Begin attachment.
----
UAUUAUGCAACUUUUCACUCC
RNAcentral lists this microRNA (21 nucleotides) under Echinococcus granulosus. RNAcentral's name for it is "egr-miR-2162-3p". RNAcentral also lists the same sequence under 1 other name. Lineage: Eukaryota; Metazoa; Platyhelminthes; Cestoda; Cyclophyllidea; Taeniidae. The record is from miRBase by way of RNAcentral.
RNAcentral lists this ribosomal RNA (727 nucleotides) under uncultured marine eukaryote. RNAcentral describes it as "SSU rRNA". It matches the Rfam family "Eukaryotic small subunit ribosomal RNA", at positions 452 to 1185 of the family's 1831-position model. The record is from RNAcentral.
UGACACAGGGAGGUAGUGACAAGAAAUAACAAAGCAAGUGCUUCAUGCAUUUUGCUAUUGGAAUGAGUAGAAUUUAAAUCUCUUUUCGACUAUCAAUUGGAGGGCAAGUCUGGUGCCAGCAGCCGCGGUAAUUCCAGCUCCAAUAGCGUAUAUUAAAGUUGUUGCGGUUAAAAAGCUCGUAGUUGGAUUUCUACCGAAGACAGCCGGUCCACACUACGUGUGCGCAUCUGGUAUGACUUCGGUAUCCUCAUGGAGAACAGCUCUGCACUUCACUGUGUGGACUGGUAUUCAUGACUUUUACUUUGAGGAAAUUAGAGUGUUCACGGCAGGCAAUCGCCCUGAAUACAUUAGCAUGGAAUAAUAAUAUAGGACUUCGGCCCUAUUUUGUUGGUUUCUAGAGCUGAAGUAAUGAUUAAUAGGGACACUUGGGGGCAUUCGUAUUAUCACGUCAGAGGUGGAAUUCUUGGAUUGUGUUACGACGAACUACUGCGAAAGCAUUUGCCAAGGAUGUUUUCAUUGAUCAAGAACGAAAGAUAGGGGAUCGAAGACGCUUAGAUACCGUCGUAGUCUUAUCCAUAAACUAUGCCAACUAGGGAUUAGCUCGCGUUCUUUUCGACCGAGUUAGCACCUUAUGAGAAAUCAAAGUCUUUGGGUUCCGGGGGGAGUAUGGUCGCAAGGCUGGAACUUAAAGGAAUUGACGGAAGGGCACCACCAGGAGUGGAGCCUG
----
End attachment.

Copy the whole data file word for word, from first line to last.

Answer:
UAUUAUGCAACUUUUCACUCC
RNAcentral lists this microRNA (21 nucleotides) under Echinococcus granulosus. RNAcentral's name for it is "egr-miR-2162-3p". RNAcentral also lists the same sequence under 1 other name. Lineage: Eukaryota; Metazoa; Platyhelminthes; Cestoda; Cyclophyllidea; Taeniidae. The record is from miRBase by way of RNAcentral.
RNAcentral lists this ribosomal RNA (727 nucleotides) under uncultured marine eukaryote. RNAcentral describes it as "SSU rRNA". It matches the Rfam family "Eukaryotic small subunit ribosomal RNA", at positions 452 to 1185 of the family's 1831-position model. The record is from RNAcentral.
UGACACAGGGAGGUAGUGACAAGAAAUAACAAAGCAAGUGCUUCAUGCAUUUUGCUAUUGGAAUGAGUAGAAUUUAAAUCUCUUUUCGACUAUCAAUUGGAGGGCAAGUCUGGUGCCAGCAGCCGCGGUAAUUCCAGCUCCAAUAGCGUAUAUUAAAGUUGUUGCGGUUAAAAAGCUCGUAGUUGGAUUUCUACCGAAGACAGCCGGUCCACACUACGUGUGCGCAUCUGGUAUGACUUCGGUAUCCUCAUGGAGAACAGCUCUGCACUUCACUGUGUGGACUGGUAUUCAUGACUUUUACUUUGAGGAAAUUAGAGUGUUCACGGCAGGCAAUCGCCCUGAAUACAUUAGCAUGGAAUAAUAAUAUAGGACUUCGGCCCUAUUUUGUUGGUUUCUAGAGCUGAAGUAAUGAUUAAUAGGGACACUUGGGGGCAUUCGUAUUAUCACGUCAGAGGUGGAAUUCUUGGAUUGUGUUACGACGAACUACUGCGAAAGCAUUUGCCAAGGAUGUUUUCAUUGAUCAAGAACGAAAGAUAGGGGAUCGAAGACGCUUAGAUACCGUCGUAGUCUUAUCCAUAAACUAUGCCAACUAGGGAUUAGCUCGCGUUCUUUUCGACCGAGUUAGCACCUUAUGAGAAAUCAAAGUCUUUGGGUUCCGGGGGGAGUAUGGUCGCAAGGCUGGAACUUAAAGGAAUUGACGGAAGGGCACCACCAGGAGUGGAGCCUG